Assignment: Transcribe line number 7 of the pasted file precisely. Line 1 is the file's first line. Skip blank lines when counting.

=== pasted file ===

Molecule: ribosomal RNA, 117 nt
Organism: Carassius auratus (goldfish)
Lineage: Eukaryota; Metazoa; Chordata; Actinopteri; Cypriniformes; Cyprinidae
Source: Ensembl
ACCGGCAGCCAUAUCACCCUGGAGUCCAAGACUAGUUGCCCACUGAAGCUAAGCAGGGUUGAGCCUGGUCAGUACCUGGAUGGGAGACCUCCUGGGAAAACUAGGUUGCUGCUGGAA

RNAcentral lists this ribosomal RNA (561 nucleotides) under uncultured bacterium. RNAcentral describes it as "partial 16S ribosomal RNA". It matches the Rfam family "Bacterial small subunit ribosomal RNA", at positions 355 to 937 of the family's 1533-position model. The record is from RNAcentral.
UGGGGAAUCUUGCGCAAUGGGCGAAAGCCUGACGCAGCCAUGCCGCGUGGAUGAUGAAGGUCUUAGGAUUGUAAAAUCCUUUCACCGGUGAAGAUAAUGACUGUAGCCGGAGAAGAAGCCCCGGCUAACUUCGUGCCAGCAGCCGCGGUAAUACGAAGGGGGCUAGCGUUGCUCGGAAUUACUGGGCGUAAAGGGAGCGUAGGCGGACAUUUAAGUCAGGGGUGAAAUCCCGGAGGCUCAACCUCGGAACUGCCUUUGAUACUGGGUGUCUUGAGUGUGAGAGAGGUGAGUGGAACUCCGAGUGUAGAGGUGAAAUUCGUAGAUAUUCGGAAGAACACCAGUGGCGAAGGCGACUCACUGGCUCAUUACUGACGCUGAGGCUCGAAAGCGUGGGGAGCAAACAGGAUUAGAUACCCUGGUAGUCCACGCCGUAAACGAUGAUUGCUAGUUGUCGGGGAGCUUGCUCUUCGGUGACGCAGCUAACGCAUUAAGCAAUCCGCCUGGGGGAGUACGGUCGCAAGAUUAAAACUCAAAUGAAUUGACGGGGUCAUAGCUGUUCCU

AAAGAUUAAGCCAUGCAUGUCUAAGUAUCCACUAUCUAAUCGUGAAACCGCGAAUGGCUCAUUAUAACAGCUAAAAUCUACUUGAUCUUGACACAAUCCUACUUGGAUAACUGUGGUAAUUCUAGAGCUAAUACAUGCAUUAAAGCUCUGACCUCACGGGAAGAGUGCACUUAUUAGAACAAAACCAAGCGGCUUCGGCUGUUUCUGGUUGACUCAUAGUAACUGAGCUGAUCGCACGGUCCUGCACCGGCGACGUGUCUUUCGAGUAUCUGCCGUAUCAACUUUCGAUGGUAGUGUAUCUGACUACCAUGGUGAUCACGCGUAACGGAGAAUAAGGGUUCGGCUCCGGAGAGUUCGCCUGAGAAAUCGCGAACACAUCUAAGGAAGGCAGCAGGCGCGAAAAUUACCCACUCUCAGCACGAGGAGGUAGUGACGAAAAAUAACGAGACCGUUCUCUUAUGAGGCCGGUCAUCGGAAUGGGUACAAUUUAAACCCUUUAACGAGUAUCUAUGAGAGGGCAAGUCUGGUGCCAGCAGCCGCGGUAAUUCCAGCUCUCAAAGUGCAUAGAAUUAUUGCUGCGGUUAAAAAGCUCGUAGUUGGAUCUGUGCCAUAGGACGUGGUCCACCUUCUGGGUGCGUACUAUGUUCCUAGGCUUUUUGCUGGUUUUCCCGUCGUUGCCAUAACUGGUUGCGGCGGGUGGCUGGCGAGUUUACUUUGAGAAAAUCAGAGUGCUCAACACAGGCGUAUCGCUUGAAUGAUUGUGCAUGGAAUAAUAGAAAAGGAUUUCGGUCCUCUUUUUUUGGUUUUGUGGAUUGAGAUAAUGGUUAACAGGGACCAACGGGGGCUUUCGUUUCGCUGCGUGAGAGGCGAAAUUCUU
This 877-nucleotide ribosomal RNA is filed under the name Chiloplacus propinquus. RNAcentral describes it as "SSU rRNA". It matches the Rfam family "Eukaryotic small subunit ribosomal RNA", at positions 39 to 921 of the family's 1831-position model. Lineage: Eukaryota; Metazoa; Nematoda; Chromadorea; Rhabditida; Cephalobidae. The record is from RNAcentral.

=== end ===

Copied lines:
UGGGGAAUCUUGCGCAAUGGGCGAAAGCCUGACGCAGCCAUGCCGCGUGGAUGAUGAAGGUCUUAGGAUUGUAAAAUCCUUUCACCGGUGAAGAUAAUGACUGUAGCCGGAGAAGAAGCCCCGGCUAACUUCGUGCCAGCAGCCGCGGUAAUACGAAGGGGGCUAGCGUUGCUCGGAAUUACUGGGCGUAAAGGGAGCGUAGGCGGACAUUUAAGUCAGGGGUGAAAUCCCGGAGGCUCAACCUCGGAACUGCCUUUGAUACUGGGUGUCUUGAGUGUGAGAGAGGUGAGUGGAACUCCGAGUGUAGAGGUGAAAUUCGUAGAUAUUCGGAAGAACACCAGUGGCGAAGGCGACUCACUGGCUCAUUACUGACGCUGAGGCUCGAAAGCGUGGGGAGCAAACAGGAUUAGAUACCCUGGUAGUCCACGCCGUAAACGAUGAUUGCUAGUUGUCGGGGAGCUUGCUCUUCGGUGACGCAGCUAACGCAUUAAGCAAUCCGCCUGGGGGAGUACGGUCGCAAGAUUAAAACUCAAAUGAAUUGACGGGGUCAUAGCUGUUCCU